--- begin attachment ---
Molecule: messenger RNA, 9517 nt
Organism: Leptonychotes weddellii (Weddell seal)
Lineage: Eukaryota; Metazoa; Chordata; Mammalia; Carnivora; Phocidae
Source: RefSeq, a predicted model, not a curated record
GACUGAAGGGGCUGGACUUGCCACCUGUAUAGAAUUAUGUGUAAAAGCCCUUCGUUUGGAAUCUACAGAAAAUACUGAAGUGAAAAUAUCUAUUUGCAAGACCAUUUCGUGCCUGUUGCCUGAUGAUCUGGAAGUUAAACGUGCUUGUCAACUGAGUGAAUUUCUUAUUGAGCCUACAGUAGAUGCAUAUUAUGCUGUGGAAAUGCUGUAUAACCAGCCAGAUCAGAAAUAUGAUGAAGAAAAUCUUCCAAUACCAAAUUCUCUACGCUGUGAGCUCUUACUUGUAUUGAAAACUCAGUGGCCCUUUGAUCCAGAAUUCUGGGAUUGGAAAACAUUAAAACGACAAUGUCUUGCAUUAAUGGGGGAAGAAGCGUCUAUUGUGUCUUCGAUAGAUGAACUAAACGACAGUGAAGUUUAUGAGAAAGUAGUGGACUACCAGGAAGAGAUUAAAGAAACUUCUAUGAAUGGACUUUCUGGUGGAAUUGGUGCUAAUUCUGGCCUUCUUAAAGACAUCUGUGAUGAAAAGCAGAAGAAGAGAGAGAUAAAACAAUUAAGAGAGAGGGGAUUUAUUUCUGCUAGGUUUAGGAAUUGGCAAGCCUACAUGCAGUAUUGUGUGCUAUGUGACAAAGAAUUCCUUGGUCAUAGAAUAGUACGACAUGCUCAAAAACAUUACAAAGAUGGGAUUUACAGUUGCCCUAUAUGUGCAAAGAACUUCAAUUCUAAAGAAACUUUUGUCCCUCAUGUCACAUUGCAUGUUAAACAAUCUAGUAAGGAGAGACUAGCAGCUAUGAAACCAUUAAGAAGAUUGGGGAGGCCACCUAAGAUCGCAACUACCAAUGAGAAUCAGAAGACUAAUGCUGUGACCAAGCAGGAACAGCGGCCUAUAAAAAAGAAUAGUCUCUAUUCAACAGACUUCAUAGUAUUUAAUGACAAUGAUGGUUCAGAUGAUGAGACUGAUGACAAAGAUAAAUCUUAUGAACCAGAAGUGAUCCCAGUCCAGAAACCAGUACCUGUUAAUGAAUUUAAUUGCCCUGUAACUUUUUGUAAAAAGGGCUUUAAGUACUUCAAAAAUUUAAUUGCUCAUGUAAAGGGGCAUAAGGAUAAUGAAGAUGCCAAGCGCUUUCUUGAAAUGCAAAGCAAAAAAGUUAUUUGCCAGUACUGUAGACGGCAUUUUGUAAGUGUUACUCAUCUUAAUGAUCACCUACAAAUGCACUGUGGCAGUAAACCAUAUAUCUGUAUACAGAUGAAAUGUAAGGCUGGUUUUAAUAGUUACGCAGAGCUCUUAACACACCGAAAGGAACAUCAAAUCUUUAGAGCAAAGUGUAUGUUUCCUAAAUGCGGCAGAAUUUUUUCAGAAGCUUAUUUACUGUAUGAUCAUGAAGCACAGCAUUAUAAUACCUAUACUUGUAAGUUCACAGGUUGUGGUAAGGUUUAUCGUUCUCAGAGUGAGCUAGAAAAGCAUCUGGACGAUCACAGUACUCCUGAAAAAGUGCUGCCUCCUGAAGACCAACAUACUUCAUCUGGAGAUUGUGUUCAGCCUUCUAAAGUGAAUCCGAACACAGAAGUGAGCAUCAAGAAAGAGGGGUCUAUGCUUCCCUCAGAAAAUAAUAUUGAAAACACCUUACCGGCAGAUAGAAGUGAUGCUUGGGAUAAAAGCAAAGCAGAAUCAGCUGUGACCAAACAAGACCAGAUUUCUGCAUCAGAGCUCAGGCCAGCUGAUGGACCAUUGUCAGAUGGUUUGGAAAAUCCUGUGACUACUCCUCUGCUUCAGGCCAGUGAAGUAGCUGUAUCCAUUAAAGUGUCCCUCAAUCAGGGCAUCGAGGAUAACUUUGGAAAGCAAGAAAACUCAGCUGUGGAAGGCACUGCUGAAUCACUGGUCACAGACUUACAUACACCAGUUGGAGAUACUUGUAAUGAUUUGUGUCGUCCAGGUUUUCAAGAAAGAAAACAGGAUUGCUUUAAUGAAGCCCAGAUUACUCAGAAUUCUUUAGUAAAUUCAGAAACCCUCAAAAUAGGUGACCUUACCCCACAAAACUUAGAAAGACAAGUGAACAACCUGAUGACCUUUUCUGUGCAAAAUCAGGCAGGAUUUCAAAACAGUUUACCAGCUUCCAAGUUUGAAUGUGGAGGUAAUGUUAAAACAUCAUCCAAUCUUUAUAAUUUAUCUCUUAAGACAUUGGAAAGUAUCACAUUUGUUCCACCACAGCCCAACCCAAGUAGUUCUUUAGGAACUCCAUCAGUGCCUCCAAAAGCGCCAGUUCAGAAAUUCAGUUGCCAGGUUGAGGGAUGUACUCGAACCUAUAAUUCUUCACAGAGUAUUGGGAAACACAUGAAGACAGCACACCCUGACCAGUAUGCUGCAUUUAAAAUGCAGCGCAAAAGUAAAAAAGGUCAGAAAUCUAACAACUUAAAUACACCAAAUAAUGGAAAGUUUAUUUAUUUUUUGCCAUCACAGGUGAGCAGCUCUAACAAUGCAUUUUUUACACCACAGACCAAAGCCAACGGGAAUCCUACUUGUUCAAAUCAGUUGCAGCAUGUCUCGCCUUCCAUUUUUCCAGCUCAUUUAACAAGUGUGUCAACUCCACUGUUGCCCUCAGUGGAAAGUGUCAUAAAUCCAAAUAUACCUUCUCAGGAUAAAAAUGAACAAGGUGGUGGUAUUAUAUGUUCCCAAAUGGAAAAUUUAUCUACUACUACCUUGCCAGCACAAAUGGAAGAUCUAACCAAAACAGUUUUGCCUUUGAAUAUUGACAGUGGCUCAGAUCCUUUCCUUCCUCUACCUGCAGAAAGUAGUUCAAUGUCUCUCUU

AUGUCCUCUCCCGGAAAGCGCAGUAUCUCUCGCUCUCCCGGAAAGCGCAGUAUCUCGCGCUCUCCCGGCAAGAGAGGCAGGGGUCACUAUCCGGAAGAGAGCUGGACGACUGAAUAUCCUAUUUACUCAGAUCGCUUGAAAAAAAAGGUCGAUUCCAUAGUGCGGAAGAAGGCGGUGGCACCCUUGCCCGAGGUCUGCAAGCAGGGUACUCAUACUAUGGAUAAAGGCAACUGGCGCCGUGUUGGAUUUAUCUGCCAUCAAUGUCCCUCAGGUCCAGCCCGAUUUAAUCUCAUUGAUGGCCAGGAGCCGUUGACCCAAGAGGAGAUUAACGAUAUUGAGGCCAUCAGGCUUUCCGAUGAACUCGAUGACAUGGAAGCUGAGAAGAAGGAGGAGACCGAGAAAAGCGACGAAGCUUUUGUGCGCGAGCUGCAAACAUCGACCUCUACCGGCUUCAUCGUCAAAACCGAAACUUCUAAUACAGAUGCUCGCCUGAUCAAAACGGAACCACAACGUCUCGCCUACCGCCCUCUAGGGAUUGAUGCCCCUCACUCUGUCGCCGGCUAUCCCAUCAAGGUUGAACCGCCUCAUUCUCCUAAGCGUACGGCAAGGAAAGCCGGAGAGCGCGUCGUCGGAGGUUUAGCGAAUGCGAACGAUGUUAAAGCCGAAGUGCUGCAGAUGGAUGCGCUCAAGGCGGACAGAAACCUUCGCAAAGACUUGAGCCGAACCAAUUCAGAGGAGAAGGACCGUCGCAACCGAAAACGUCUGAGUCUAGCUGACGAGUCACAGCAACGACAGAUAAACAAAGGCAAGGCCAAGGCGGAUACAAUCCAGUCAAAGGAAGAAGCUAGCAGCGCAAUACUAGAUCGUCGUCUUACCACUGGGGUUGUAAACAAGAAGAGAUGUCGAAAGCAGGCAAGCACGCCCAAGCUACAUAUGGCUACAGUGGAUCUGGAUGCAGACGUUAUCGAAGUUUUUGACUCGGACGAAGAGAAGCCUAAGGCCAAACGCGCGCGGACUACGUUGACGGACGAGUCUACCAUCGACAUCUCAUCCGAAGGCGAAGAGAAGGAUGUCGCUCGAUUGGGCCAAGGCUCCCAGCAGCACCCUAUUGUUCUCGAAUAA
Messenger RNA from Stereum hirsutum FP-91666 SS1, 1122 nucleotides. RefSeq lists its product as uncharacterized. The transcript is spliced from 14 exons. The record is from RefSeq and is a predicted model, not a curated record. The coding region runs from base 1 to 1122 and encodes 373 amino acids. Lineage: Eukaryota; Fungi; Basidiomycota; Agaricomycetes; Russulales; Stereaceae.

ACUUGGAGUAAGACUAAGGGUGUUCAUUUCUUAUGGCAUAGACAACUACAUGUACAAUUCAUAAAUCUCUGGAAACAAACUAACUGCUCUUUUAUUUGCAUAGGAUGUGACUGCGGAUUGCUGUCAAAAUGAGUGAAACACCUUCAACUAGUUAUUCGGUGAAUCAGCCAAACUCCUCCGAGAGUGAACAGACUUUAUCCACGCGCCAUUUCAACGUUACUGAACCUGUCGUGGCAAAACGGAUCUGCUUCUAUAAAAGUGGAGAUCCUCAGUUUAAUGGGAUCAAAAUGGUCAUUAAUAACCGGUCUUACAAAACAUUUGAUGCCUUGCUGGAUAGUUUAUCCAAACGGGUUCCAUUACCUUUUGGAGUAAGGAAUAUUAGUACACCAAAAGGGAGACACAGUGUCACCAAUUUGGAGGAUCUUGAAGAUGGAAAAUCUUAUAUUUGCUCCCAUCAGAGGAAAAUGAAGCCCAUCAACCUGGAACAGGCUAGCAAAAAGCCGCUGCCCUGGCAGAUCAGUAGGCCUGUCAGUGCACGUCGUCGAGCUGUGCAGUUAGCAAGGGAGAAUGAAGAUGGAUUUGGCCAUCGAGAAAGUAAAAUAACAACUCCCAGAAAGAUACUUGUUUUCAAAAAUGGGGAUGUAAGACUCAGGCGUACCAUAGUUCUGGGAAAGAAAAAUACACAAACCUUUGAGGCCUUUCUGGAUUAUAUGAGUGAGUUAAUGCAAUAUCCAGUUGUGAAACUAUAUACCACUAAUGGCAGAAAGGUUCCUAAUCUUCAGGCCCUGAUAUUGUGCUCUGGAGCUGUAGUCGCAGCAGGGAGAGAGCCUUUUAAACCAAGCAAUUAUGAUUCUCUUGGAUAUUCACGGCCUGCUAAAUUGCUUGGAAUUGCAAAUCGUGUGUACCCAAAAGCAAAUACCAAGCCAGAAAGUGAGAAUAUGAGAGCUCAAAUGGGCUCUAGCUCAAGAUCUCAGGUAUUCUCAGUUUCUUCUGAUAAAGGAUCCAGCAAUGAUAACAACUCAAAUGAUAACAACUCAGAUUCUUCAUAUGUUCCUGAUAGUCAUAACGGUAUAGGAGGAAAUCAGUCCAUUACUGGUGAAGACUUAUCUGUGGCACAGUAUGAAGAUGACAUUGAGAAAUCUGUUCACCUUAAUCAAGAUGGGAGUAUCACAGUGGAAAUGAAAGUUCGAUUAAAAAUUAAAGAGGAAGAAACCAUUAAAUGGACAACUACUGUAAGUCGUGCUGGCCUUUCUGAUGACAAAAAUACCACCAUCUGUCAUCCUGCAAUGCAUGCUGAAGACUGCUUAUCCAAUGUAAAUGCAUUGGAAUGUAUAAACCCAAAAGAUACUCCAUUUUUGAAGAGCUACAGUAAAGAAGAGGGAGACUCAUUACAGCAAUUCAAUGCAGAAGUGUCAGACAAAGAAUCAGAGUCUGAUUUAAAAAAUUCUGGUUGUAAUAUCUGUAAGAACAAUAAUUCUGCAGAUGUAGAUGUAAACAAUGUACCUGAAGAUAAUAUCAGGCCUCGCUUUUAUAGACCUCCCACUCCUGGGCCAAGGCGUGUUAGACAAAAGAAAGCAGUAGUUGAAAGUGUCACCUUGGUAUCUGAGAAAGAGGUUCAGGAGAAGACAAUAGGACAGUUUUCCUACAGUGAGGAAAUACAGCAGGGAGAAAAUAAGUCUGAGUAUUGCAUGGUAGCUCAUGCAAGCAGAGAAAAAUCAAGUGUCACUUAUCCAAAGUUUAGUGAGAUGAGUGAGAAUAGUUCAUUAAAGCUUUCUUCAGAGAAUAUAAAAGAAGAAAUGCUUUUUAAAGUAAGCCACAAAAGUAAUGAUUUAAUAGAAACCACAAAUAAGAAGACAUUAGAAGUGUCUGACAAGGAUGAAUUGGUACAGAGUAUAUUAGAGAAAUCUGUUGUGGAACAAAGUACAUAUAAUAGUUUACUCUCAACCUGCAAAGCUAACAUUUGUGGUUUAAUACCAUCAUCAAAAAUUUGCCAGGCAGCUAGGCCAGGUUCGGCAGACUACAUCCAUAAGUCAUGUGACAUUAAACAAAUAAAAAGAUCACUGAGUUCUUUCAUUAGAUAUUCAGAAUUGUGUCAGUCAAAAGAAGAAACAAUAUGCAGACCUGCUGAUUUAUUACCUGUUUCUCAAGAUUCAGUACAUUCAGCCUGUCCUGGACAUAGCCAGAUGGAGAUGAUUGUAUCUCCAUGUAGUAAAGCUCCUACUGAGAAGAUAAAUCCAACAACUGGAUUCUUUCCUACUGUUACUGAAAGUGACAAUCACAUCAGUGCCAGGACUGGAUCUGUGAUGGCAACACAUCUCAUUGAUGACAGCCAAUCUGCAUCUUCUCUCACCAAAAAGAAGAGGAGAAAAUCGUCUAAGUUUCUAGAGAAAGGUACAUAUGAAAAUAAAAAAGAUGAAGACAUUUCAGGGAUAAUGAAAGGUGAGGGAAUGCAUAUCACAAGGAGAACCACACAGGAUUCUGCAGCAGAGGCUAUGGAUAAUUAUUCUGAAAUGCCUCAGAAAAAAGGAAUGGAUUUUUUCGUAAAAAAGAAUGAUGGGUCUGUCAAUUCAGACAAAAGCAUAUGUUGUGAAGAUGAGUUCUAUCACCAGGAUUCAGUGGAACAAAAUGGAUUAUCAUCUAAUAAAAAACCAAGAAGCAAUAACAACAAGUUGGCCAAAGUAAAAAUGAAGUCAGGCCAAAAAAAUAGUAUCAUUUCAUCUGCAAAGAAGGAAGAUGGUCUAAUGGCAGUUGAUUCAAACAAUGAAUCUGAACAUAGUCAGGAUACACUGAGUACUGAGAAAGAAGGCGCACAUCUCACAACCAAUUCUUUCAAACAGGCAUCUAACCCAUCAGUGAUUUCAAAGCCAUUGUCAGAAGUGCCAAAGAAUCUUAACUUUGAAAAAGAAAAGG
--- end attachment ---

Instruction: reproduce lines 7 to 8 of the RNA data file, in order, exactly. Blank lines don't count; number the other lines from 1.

Messenger RNA from Stereum hirsutum FP-91666 SS1, 1122 nucleotides. RefSeq lists its product as uncharacterized. The transcript is spliced from 14 exons. The record is from RefSeq and is a predicted model, not a curated record. The coding region runs from base 1 to 1122 and encodes 373 amino acids. Lineage: Eukaryota; Fungi; Basidiomycota; Agaricomycetes; Russulales; Stereaceae.

ACUUGGAGUAAGACUAAGGGUGUUCAUUUCUUAUGGCAUAGACAACUACAUGUACAAUUCAUAAAUCUCUGGAAACAAACUAACUGCUCUUUUAUUUGCAUAGGAUGUGACUGCGGAUUGCUGUCAAAAUGAGUGAAACACCUUCAACUAGUUAUUCGGUGAAUCAGCCAAACUCCUCCGAGAGUGAACAGACUUUAUCCACGCGCCAUUUCAACGUUACUGAACCUGUCGUGGCAAAACGGAUCUGCUUCUAUAAAAGUGGAGAUCCUCAGUUUAAUGGGAUCAAAAUGGUCAUUAAUAACCGGUCUUACAAAACAUUUGAUGCCUUGCUGGAUAGUUUAUCCAAACGGGUUCCAUUACCUUUUGGAGUAAGGAAUAUUAGUACACCAAAAGGGAGACACAGUGUCACCAAUUUGGAGGAUCUUGAAGAUGGAAAAUCUUAUAUUUGCUCCCAUCAGAGGAAAAUGAAGCCCAUCAACCUGGAACAGGCUAGCAAAAAGCCGCUGCCCUGGCAGAUCAGUAGGCCUGUCAGUGCACGUCGUCGAGCUGUGCAGUUAGCAAGGGAGAAUGAAGAUGGAUUUGGCCAUCGAGAAAGUAAAAUAACAACUCCCAGAAAGAUACUUGUUUUCAAAAAUGGGGAUGUAAGACUCAGGCGUACCAUAGUUCUGGGAAAGAAAAAUACACAAACCUUUGAGGCCUUUCUGGAUUAUAUGAGUGAGUUAAUGCAAUAUCCAGUUGUGAAACUAUAUACCACUAAUGGCAGAAAGGUUCCUAAUCUUCAGGCCCUGAUAUUGUGCUCUGGAGCUGUAGUCGCAGCAGGGAGAGAGCCUUUUAAACCAAGCAAUUAUGAUUCUCUUGGAUAUUCACGGCCUGCUAAAUUGCUUGGAAUUGCAAAUCGUGUGUACCCAAAAGCAAAUACCAAGCCAGAAAGUGAGAAUAUGAGAGCUCAAAUGGGCUCUAGCUCAAGAUCUCAGGUAUUCUCAGUUUCUUCUGAUAAAGGAUCCAGCAAUGAUAACAACUCAAAUGAUAACAACUCAGAUUCUUCAUAUGUUCCUGAUAGUCAUAACGGUAUAGGAGGAAAUCAGUCCAUUACUGGUGAAGACUUAUCUGUGGCACAGUAUGAAGAUGACAUUGAGAAAUCUGUUCACCUUAAUCAAGAUGGGAGUAUCACAGUGGAAAUGAAAGUUCGAUUAAAAAUUAAAGAGGAAGAAACCAUUAAAUGGACAACUACUGUAAGUCGUGCUGGCCUUUCUGAUGACAAAAAUACCACCAUCUGUCAUCCUGCAAUGCAUGCUGAAGACUGCUUAUCCAAUGUAAAUGCAUUGGAAUGUAUAAACCCAAAAGAUACUCCAUUUUUGAAGAGCUACAGUAAAGAAGAGGGAGACUCAUUACAGCAAUUCAAUGCAGAAGUGUCAGACAAAGAAUCAGAGUCUGAUUUAAAAAAUUCUGGUUGUAAUAUCUGUAAGAACAAUAAUUCUGCAGAUGUAGAUGUAAACAAUGUACCUGAAGAUAAUAUCAGGCCUCGCUUUUAUAGACCUCCCACUCCUGGGCCAAGGCGUGUUAGACAAAAGAAAGCAGUAGUUGAAAGUGUCACCUUGGUAUCUGAGAAAGAGGUUCAGGAGAAGACAAUAGGACAGUUUUCCUACAGUGAGGAAAUACAGCAGGGAGAAAAUAAGUCUGAGUAUUGCAUGGUAGCUCAUGCAAGCAGAGAAAAAUCAAGUGUCACUUAUCCAAAGUUUAGUGAGAUGAGUGAGAAUAGUUCAUUAAAGCUUUCUUCAGAGAAUAUAAAAGAAGAAAUGCUUUUUAAAGUAAGCCACAAAAGUAAUGAUUUAAUAGAAACCACAAAUAAGAAGACAUUAGAAGUGUCUGACAAGGAUGAAUUGGUACAGAGUAUAUUAGAGAAAUCUGUUGUGGAACAAAGUACAUAUAAUAGUUUACUCUCAACCUGCAAAGCUAACAUUUGUGGUUUAAUACCAUCAUCAAAAAUUUGCCAGGCAGCUAGGCCAGGUUCGGCAGACUACAUCCAUAAGUCAUGUGACAUUAAACAAAUAAAAAGAUCACUGAGUUCUUUCAUUAGAUAUUCAGAAUUGUGUCAGUCAAAAGAAGAAACAAUAUGCAGACCUGCUGAUUUAUUACCUGUUUCUCAAGAUUCAGUACAUUCAGCCUGUCCUGGACAUAGCCAGAUGGAGAUGAUUGUAUCUCCAUGUAGUAAAGCUCCUACUGAGAAGAUAAAUCCAACAACUGGAUUCUUUCCUACUGUUACUGAAAGUGACAAUCACAUCAGUGCCAGGACUGGAUCUGUGAUGGCAACACAUCUCAUUGAUGACAGCCAAUCUGCAUCUUCUCUCACCAAAAAGAAGAGGAGAAAAUCGUCUAAGUUUCUAGAGAAAGGUACAUAUGAAAAUAAAAAAGAUGAAGACAUUUCAGGGAUAAUGAAAGGUGAGGGAAUGCAUAUCACAAGGAGAACCACACAGGAUUCUGCAGCAGAGGCUAUGGAUAAUUAUUCUGAAAUGCCUCAGAAAAAAGGAAUGGAUUUUUUCGUAAAAAAGAAUGAUGGGUCUGUCAAUUCAGACAAAAGCAUAUGUUGUGAAGAUGAGUUCUAUCACCAGGAUUCAGUGGAACAAAAUGGAUUAUCAUCUAAUAAAAAACCAAGAAGCAAUAACAACAAGUUGGCCAAAGUAAAAAUGAAGUCAGGCCAAAAAAAUAGUAUCAUUUCAUCUGCAAAGAAGGAAGAUGGUCUAAUGGCAGUUGAUUCAAACAAUGAAUCUGAACAUAGUCAGGAUACACUGAGUACUGAGAAAGAAGGCGCACAUCUCACAACCAAUUCUUUCAAACAGGCAUCUAACCCAUCAGUGAUUUCAAAGCCAUUGUCAGAAGUGCCAAAGAAUCUUAACUUUGAAAAAGAAAAGG